The Immortalized Spurs, Part IV


Avery Johnson 1990-1993 & 1994-2001

Avery JohnsonAvery Johnson went undrafted in 1988 and through hard-work and determination, earned his place in the NBA. Best known by Spurs fans for starting at point guard for the ’99 Championship team and hitting the the series-winning basket in Game 5 against the Knicks, Johnson’s leadership skills were immense on a team that featured David Robinson and Tim Duncan.

Known as “The Little General,”Avery was a fan favorite in San Antonio because of his hustle, work ethic, and funny sounding voice. Really, mostly because of his voice. The unintentional comedic factor of his voice was unmatched. His mouth seemed twice the size evolution intended it to be and he used all of it to over enunciate every syllable, sometimes adding syllables on a whim.

During his playing days as a Spur, Johnson averaged an unimpressive 10.1 ppg and 6.9 apg. His career average of 8.4 ppg and 5.5 apg is even less impressive. His best statistical season came in the ’95-’96 campaign when he averaged 13.1 ppg and 9.6 apg. That’s fine, but it’s not great. Are those not the minimum stats that you would demand from a starting point guard that averages 38 minutes per game? Do those numbers justify a retired jersey?

First, let’s rewind the clock back to 1999. Our starting five consisted of Avery Johnson, Mario Elie, Sean Elliott, Tim Duncan, and David Robinson. Who is the least talented player in that group? To put it another way, if you were the opposition, which player would you strategically want to leave open? The answer is Avery. The game plan of opposing teams was to make him win the game. As Charles Barkley once said, “You’re open for a reason, stupid.”

So, did we retire Avery’s jersey because he was just mediocre enough to not tank a champion-destined squad? He was by far the least talented starter. If Avery suffered an injury right before the ’99 playoffs, would anyone dispute that a young Antonio Daniels would have led the Spurs to the championship? (San) Antonio Daniels had more natural talent than Avery ever did and was a great young player.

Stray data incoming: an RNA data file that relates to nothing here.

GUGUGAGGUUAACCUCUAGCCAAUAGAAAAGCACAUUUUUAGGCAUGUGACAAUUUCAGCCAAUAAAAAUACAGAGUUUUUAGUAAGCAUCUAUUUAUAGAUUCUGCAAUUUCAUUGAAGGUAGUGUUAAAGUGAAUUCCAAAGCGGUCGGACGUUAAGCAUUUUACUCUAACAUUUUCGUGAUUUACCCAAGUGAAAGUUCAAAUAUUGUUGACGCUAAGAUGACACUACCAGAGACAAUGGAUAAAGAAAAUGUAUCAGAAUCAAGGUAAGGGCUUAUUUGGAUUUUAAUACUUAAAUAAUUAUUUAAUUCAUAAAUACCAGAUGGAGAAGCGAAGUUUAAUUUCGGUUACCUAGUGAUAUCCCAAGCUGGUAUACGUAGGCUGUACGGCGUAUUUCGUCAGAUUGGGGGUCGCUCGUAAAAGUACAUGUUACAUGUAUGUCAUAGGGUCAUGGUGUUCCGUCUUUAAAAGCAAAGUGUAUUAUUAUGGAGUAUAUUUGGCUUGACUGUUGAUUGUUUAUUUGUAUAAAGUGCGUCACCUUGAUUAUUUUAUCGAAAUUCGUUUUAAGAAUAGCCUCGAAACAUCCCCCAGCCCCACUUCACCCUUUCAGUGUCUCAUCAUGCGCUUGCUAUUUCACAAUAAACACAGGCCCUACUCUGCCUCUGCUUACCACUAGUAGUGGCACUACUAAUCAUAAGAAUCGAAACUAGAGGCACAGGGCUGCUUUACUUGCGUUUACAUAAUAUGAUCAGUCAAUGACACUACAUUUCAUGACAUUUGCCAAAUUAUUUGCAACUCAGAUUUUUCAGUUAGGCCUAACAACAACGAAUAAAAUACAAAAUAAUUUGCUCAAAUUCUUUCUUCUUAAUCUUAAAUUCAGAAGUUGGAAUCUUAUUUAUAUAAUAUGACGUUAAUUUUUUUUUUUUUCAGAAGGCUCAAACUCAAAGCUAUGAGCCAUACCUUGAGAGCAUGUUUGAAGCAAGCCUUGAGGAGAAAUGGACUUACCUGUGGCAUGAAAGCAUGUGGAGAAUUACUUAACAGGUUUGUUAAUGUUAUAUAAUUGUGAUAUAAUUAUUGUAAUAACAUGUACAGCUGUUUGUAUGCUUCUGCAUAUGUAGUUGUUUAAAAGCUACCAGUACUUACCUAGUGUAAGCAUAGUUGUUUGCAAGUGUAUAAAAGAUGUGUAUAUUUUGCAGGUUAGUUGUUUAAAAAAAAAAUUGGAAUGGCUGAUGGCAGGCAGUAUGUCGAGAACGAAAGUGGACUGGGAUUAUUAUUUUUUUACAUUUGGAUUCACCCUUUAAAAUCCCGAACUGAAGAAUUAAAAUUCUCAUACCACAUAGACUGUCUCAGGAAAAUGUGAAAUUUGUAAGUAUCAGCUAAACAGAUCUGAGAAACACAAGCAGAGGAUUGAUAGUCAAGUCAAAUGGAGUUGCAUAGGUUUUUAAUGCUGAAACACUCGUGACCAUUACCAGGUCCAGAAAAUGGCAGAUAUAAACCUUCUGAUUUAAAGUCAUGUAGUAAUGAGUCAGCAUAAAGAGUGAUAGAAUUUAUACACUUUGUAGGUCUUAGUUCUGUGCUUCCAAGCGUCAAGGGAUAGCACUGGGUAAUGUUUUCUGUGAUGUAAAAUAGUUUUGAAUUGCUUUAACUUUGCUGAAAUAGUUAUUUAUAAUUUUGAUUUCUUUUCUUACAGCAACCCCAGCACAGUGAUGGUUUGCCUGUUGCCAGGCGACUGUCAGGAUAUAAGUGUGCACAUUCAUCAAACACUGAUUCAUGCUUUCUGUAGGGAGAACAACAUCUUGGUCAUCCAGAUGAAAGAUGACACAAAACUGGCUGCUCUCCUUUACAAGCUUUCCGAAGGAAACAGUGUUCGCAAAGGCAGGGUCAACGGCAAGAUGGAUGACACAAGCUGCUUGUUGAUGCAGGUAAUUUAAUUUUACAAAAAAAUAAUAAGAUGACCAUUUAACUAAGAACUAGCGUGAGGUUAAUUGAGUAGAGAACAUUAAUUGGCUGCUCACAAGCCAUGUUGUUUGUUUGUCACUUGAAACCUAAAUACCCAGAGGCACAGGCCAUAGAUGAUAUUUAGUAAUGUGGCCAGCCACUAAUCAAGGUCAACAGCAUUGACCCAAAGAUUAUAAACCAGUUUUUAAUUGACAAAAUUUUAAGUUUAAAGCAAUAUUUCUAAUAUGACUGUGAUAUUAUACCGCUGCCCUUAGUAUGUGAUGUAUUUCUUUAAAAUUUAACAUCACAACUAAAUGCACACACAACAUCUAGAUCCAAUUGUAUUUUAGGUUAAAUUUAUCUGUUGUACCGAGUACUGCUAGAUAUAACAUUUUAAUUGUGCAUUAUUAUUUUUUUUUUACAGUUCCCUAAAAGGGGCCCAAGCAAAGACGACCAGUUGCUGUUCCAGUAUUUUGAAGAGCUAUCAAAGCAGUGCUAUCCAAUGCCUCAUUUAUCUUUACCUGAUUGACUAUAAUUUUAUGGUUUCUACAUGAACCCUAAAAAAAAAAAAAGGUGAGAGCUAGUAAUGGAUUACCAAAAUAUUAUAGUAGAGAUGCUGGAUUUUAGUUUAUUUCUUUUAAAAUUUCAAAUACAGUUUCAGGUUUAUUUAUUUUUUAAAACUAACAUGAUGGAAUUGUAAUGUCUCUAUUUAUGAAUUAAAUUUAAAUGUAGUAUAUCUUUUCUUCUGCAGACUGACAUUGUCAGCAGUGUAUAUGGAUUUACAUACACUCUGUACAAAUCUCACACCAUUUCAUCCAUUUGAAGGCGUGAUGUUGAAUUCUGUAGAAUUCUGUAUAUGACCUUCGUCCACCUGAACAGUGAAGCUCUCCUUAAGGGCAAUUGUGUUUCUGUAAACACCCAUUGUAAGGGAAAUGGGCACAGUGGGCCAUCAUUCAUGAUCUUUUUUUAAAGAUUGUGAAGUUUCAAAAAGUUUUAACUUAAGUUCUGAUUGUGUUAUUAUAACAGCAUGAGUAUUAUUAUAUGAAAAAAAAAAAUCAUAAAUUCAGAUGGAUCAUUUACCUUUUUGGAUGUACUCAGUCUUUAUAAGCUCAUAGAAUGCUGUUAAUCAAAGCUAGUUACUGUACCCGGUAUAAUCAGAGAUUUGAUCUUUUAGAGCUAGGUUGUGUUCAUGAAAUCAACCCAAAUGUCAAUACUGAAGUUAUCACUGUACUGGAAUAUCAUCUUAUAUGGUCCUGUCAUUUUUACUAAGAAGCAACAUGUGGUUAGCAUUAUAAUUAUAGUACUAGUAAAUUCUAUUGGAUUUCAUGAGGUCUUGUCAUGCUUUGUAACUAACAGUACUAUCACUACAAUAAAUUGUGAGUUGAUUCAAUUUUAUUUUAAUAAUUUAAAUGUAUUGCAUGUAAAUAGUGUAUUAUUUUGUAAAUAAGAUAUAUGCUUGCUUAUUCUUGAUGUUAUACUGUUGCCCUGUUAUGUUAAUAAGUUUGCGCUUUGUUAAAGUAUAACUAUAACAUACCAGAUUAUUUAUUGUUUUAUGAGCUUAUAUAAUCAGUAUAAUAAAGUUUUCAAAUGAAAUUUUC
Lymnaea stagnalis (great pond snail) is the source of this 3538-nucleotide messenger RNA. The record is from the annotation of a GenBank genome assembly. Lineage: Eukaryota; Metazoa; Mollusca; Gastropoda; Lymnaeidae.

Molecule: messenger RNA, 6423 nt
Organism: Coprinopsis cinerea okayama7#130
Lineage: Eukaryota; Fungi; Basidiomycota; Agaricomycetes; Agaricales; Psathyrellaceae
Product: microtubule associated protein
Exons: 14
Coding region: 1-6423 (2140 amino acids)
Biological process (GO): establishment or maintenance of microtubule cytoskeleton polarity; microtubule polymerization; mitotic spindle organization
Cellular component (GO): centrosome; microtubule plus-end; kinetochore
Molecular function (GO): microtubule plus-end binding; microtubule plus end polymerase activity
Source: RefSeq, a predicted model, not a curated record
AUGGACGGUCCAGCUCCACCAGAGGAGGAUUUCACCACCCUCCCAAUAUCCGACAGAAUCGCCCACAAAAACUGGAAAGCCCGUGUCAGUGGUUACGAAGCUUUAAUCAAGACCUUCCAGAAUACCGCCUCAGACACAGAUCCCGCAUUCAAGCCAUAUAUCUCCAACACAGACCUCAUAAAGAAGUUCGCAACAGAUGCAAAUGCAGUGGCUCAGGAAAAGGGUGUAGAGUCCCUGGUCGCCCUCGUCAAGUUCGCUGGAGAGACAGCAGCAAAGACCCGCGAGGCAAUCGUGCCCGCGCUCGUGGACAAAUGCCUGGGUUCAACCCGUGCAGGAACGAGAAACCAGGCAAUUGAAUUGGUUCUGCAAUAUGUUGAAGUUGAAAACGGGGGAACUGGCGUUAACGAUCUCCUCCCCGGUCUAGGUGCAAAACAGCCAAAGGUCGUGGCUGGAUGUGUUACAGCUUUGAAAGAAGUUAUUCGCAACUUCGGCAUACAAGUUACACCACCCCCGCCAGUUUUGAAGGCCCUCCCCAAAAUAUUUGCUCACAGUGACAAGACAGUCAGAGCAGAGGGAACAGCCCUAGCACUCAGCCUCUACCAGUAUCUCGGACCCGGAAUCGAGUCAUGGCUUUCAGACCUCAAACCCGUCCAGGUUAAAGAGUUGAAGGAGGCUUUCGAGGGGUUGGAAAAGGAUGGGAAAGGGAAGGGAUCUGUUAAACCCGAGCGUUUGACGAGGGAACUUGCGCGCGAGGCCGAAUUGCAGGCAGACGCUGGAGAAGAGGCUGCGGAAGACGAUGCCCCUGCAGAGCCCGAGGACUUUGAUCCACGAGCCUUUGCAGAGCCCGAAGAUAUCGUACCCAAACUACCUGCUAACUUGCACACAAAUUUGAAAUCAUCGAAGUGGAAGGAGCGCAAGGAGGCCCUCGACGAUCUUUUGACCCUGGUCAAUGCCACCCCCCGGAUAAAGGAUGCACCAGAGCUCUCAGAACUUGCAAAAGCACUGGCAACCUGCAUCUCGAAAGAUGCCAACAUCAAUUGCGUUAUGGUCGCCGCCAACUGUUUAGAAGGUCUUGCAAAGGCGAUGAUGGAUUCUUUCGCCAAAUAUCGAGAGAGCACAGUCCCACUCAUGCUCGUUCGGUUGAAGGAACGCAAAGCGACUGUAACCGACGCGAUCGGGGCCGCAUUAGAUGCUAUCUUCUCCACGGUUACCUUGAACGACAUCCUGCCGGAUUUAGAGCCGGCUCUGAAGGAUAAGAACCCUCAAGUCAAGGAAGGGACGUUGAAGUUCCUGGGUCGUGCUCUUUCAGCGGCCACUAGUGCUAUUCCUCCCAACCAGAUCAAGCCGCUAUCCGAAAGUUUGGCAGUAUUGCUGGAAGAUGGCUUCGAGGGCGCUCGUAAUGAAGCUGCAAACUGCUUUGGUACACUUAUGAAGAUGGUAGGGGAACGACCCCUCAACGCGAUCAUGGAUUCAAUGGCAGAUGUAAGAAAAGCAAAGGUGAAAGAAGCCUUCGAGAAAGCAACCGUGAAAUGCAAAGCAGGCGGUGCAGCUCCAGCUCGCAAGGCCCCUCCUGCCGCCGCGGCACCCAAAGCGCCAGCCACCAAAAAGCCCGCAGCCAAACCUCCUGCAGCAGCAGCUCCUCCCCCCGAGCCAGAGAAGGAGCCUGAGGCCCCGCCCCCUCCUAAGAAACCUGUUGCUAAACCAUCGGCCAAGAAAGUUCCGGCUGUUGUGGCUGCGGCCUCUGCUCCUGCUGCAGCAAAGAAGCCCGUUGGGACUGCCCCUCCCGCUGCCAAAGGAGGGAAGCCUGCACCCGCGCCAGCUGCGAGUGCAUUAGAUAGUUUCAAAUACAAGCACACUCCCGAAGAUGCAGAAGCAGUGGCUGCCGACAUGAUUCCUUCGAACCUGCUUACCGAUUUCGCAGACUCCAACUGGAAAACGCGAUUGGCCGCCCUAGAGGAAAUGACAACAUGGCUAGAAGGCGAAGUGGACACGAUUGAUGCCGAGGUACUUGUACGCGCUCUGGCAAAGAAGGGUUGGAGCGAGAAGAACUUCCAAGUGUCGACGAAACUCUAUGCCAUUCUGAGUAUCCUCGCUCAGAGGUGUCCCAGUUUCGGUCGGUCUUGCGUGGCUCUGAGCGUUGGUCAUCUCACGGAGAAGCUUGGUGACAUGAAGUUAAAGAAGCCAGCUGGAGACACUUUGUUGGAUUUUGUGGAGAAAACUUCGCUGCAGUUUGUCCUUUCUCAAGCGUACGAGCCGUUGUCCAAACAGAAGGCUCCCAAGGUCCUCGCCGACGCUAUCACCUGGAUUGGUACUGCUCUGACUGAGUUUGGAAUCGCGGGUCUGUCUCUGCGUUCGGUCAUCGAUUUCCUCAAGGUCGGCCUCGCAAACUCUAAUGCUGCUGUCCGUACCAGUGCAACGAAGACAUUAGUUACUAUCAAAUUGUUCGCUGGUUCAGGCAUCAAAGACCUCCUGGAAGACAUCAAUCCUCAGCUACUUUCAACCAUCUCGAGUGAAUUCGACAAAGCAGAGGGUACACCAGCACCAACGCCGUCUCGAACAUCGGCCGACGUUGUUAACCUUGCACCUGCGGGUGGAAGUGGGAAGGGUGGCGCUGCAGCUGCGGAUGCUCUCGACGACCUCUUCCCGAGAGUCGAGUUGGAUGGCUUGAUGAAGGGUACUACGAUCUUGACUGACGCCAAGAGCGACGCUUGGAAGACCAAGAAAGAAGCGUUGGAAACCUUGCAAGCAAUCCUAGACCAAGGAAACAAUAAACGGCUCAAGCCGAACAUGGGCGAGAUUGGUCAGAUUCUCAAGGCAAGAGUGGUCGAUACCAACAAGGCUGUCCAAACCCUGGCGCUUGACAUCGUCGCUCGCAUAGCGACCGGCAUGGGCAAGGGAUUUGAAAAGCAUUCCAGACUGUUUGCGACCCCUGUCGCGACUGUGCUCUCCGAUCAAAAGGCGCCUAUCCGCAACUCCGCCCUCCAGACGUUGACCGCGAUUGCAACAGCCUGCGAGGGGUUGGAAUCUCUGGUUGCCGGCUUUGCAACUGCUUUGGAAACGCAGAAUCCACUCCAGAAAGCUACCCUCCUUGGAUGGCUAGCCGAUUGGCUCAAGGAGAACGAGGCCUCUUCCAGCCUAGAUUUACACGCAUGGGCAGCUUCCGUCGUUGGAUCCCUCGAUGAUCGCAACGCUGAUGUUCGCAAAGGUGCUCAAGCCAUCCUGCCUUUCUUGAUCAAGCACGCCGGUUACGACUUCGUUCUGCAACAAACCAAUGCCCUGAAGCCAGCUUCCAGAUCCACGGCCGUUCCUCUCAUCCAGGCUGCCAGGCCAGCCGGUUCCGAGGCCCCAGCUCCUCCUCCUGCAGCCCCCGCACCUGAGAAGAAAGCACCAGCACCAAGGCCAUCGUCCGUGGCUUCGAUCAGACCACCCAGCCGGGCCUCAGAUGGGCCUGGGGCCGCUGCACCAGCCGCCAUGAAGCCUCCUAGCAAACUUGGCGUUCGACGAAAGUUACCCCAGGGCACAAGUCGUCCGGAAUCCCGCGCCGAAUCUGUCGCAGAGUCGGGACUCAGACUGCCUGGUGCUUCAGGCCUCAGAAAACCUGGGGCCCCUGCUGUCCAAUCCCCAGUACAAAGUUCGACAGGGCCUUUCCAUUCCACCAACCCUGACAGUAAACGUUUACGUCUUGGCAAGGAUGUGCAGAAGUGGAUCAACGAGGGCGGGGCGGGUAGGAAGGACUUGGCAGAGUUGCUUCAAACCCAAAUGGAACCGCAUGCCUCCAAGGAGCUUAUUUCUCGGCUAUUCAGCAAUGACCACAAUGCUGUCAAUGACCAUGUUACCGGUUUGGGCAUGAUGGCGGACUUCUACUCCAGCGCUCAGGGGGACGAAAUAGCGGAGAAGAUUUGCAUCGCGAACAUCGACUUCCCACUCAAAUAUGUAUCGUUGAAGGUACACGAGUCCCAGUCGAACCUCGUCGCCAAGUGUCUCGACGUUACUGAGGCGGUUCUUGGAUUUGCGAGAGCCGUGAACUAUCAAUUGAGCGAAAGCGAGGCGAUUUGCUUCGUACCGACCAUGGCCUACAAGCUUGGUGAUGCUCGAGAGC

The other problem I have with retiring Avery’s jersey is the precedent that it sets. How many players have worn a Spurs jersey and contributed as much as Avery did? Should Willie Anderson, Terry Cummings, Alvin Robertson, Dennis Rodman, Derek Anderson, Stephen Jackson, Robert Horry, Michael Finley, Steve Kerr, Malik Rose, Jaren Jackson, Dominique Wilkins, Mario Elie, Vinny Del Negro, Chuck Person and J.R. Reid all have their jerseys retired?

So why did Avery get the nod? He clearly was not one of the NBA’s best. He never made an All-Star team and was always identified as the Spurs’ weak link. My theory is that Gregg Popovich has an affinity for guys that work hard. Can you blame Popovich for rewarding Avery’s work ethic? It’s difficult and it’s also the reason why Jacque Vaughn won the backup point guard duties. That guy was a poor man’s Avery Johnson, but he did try really, really hard and that is what won Pop over.

While some Spurs fans may not agree with this post, in the grand scheme of things AJ did not contribute enough to be worthy of a retired jersey. Still, he did play a pivotal role in keeping the Mavericks from winning a championship, so maybe that’s why his #6 hangs in the rafters of the AT&T Center.